One of the important components of epidemic modeling is parameter estimation. This is because many factors combine to form variability in inputs into the model output. These factors may include erroneous parameter estimation and uncertainty in the exact parameter values. For this reason, it is important to determine parameters that have substantial influence on the results. This can be achieved through sensitivity and uncertainty measurement that can be done more easily due to rapid growth in computing technology. For example, Sampling and Sensitivity Analysis Tools (SaSAT) is software developed for sensitivity analysis [30]. In our model, the proportion of infectious human population, , , are regulated by various malaria-related epidemiological parameters that are shrouded with uncertainty. Following [30], we use the Latin Hypercube Sampling (LHS) and Partial Rank Correlation Coefficient (PRCC) techniques to perform a global uncertainty and sensitivity analysis of the reduced model (13). We sample all the twenty-five parameters of the model and then carry out simulations to measure their statistical influence on the proportion of infectious humans , Using published results in literature, we assigned upper and lower bounds for each parameter as shown on Table 3. As in [24, 30], we assumed that each parameter follows a uniform distribution and then draw 1000 samples from the distribution. This gives a matrix whose rows consist of unique collections of parameters. For each row of the matrix, the reduced model (13) is integrated using MATLAB ode45 and we record the proportion of infected humans at each time step. Typical results of such calculations are depicted on Figure 3. The legend and the axes labels on A4 are the same for all the subfigures. From Panel A1 of the figure and there is no bifurcation. This implies that the disease will invade and will persist. In this case, it is possible to eradicate the disease by using any intervention that will decrease the reproduction number to below unity. Panels A2 and A4 depict the scenario and there is no bifurcation. This means that the disease will not persist and will not invade. In Panel A3 we have typical scenario where the endemic equilibrium point and the DFE coexist. In this case, the disease will persist but will not invade. The results suggest that it is the presence of the immune individuals that makes the disease persist. The strategy that will be adopted here will be examined through sensitivity analysis. From the 1000 collections of unique parameters, 469 satisfy the condition for backward bifurcation. We selected one of these collections as our baseline values as shown on Table 3 except for . We conducted sensitivity analysis on the bifurcation parameter using PRCC with the baseline values. To achieve this, we set and allow to vary in the range . The results are depicted on Figure 4. The existence of backward bifurcation implies that the classical requirement for for an epidemic to be eradicated no longer holds. The region to the left of the bifurcation point represents the area where malaria will not invade and will not persist (comfort zone), whereas the region enclosed by the solid red and the dash-dotted curves and represent the area where malaria will persist but will not invade. If malaria is to be eradicated, the comfort zone should be maximized subject to or we must have The natural question is what are those parameters that are the most important to the bifurcation parameter? To investigate this, we conducted sensitivity analysis on the bifurcation parameter using the 469 samples mentioned earlier. The results of this analysis are depicted on Figure 5. From the figure, the parameters , ,  , are the most sensitive to the bifurcation parameter in that order, while in decreasing order of importance the following have the least significance in terms of bifurcation; , , , , and . Increasing and will bring about increase in the bifurcation parameter. The public health implication of this result is that increase in treatment of the clinically immune individuals will increase the comfort zone. However, parameter sensitivities on bifurcation parameter should not be taken in isolation. Thus, we draw new 1000 samples for all the 19 parameters affecting and using these samples, we carry out sensitivity analysis on using LHS and PRCC. The results of these analyses are depicted on Figure 6. We list the following parameters in order of their importance on , , , , and from Figure 6, while the following have least importance and are listed in decreasing order of importance: , , , and .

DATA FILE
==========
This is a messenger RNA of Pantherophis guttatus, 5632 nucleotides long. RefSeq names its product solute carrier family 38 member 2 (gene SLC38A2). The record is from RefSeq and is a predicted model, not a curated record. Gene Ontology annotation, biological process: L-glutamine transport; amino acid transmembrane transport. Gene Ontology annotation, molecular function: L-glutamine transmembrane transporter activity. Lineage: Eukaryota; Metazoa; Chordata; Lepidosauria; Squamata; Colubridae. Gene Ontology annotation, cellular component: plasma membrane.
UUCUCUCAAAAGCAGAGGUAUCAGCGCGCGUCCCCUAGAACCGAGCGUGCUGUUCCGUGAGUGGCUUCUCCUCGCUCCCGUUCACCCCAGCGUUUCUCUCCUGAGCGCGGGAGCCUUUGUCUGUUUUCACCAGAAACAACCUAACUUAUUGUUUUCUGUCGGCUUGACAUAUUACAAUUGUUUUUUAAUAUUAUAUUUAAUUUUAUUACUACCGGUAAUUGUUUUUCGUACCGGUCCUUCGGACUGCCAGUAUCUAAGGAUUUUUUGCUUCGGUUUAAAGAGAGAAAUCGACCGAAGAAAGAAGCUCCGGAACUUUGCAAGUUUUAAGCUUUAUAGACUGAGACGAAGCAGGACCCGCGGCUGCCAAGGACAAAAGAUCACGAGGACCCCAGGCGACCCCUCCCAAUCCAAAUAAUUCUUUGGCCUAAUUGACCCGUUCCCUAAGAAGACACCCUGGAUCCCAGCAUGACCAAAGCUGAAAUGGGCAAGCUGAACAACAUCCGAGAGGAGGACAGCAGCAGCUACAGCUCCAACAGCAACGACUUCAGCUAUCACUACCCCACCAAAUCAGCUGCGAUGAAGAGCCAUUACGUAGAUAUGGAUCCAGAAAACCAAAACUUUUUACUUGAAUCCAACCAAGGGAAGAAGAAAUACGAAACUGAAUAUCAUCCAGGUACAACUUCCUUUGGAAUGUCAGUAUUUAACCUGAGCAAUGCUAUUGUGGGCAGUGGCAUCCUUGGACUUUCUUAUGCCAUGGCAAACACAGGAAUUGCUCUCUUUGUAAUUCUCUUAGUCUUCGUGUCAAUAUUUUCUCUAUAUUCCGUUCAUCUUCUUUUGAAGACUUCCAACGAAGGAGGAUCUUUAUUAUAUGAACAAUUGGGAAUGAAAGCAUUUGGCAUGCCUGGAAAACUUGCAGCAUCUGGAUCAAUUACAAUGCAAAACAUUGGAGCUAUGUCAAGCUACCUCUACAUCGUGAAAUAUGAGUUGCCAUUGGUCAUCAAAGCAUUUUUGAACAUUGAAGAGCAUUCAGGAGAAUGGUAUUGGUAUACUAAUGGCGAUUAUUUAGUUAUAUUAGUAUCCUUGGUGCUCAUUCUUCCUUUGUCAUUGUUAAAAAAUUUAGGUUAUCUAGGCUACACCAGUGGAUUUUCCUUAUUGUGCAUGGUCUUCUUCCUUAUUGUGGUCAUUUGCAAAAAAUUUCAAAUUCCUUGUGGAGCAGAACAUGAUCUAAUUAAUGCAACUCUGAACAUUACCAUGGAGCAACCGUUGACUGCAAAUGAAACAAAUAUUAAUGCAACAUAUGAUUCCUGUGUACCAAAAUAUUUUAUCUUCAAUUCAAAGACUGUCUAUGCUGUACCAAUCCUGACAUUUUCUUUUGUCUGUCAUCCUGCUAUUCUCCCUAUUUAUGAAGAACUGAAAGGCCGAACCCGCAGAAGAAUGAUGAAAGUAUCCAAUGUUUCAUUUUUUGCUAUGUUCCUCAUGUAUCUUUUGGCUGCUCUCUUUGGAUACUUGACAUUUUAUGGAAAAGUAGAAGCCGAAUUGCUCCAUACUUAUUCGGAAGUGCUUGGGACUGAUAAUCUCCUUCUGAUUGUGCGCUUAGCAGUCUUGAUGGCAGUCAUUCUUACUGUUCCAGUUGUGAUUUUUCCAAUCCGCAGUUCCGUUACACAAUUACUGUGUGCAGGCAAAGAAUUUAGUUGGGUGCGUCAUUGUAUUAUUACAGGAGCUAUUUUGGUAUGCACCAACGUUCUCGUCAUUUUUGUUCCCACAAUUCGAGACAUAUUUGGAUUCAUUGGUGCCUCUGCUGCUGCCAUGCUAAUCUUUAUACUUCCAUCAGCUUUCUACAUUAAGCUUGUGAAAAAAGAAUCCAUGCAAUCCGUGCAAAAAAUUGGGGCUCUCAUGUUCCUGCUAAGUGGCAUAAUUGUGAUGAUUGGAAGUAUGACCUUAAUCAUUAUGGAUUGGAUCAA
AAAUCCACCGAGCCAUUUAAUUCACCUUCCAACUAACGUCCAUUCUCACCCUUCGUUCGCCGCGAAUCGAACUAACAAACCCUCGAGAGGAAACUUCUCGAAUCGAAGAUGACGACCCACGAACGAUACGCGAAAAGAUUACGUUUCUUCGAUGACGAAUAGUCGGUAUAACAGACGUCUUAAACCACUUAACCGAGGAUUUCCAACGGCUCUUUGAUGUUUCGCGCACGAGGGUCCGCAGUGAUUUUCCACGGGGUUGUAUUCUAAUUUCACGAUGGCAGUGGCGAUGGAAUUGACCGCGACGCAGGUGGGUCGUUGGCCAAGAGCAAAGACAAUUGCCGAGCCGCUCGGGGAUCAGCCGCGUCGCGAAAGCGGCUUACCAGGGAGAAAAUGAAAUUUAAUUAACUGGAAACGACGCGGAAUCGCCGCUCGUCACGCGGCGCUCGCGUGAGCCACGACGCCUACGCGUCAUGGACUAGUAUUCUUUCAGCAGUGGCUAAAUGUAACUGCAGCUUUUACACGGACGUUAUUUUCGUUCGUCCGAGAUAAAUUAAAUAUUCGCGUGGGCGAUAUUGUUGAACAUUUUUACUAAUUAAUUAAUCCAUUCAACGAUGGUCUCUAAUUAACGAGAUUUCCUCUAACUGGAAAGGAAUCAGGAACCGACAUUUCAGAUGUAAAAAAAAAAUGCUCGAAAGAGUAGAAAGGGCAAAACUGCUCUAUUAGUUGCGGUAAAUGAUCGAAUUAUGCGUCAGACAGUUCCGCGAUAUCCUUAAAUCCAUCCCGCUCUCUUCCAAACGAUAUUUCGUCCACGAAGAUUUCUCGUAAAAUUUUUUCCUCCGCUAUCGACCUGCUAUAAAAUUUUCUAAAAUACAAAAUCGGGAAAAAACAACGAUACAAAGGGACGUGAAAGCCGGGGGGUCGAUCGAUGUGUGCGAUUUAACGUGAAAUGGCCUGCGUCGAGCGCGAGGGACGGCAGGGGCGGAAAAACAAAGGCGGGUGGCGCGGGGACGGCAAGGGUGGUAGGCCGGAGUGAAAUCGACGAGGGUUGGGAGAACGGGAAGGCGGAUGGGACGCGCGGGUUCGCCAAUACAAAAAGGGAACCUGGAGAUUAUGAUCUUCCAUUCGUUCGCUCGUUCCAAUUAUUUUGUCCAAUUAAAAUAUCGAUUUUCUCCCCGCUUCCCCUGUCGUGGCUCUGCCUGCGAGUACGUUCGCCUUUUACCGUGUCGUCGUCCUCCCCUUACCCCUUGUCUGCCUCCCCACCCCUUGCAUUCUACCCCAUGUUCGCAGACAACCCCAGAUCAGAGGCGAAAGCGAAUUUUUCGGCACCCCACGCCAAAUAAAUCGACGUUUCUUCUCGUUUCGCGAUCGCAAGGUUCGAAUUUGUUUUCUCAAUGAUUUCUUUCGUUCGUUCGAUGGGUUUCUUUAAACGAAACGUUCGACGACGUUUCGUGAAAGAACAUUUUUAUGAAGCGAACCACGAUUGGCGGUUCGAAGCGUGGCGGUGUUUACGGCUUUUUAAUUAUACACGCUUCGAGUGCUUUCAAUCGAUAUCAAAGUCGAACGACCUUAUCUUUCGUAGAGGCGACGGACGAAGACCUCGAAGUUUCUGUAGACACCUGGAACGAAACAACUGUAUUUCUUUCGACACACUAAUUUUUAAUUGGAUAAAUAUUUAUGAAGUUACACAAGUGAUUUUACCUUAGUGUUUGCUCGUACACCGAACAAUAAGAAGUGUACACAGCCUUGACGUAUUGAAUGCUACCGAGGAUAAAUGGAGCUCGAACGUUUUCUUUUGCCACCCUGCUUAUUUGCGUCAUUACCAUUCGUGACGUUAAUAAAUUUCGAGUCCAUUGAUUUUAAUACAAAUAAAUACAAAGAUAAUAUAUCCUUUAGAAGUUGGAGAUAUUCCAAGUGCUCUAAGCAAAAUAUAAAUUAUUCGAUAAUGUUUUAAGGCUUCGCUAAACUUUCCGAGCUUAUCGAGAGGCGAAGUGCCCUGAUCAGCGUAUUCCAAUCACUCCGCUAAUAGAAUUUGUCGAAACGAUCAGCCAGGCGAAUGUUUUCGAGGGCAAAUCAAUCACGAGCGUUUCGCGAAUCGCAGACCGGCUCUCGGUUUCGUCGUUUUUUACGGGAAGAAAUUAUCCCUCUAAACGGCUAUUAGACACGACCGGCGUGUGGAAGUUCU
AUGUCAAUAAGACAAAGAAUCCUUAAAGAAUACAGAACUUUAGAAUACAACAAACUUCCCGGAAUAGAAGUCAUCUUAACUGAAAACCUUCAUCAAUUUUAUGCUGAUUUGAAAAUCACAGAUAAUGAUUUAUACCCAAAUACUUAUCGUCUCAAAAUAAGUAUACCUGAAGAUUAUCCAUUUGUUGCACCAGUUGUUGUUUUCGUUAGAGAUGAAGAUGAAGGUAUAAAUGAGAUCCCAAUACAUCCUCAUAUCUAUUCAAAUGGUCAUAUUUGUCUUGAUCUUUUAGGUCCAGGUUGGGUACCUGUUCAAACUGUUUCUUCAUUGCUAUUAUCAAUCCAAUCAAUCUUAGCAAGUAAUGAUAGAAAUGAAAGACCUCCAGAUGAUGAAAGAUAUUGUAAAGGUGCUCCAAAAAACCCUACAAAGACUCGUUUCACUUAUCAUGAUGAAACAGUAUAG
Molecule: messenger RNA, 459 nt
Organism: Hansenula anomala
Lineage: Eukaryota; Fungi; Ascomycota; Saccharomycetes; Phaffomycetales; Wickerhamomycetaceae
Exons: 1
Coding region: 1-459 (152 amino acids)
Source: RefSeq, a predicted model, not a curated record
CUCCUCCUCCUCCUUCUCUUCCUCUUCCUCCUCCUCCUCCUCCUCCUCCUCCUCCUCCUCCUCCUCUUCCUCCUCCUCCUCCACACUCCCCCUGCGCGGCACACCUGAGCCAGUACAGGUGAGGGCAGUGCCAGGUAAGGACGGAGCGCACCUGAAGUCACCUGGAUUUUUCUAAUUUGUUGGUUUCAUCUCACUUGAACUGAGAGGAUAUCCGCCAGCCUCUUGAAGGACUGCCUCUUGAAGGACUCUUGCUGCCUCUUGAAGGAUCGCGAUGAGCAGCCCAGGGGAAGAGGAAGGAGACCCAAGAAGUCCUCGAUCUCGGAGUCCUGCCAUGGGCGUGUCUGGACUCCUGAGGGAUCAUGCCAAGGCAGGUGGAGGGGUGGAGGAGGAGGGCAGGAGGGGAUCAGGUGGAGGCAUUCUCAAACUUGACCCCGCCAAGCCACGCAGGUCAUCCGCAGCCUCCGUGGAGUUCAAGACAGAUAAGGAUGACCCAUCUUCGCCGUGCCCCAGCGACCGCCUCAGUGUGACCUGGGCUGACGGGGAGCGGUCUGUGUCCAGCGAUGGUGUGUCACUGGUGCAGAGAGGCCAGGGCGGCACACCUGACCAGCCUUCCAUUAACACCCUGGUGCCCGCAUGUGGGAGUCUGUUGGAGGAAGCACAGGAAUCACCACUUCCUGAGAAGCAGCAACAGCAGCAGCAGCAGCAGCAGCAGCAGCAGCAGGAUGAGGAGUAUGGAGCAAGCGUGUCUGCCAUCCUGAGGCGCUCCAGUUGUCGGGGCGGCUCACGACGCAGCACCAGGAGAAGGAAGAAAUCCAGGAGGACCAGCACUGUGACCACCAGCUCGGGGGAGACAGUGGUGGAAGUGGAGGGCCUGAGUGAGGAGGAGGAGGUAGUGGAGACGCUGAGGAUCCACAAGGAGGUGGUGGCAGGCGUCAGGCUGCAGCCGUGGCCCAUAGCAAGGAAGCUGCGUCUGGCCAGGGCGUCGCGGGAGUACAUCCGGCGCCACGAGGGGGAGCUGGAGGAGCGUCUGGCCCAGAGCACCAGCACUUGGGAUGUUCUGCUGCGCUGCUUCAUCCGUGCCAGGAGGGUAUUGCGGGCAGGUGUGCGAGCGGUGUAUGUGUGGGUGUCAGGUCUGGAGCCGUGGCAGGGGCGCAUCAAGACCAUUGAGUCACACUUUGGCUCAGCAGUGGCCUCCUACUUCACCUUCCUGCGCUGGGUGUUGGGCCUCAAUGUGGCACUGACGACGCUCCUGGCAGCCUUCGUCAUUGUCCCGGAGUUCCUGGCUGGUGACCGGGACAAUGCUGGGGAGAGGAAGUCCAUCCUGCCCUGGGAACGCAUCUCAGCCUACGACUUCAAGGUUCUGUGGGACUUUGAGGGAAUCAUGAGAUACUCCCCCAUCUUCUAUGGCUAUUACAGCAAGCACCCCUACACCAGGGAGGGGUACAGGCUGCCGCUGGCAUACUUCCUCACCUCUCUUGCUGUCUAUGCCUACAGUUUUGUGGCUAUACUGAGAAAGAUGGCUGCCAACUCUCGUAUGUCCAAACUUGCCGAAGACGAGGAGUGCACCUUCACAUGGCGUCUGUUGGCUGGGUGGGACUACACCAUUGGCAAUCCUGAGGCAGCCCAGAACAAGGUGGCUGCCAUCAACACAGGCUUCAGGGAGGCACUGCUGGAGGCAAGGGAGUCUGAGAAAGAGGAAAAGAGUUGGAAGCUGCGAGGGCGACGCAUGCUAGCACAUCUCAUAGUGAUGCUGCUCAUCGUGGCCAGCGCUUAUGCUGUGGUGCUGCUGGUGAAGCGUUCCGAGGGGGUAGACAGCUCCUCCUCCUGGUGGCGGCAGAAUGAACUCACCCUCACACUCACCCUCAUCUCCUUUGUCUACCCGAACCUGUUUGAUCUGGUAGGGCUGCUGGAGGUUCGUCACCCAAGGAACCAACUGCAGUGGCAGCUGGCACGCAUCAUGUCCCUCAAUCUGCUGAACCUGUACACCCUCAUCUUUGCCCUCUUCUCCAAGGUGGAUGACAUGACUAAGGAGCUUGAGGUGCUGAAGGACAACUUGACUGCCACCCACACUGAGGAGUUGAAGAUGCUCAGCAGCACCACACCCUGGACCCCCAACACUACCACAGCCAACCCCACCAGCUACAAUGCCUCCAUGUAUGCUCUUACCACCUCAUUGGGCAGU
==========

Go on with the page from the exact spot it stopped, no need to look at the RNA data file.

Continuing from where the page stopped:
Table 3: Parameters, their baseline values, and the ranges for sensitivity analysis.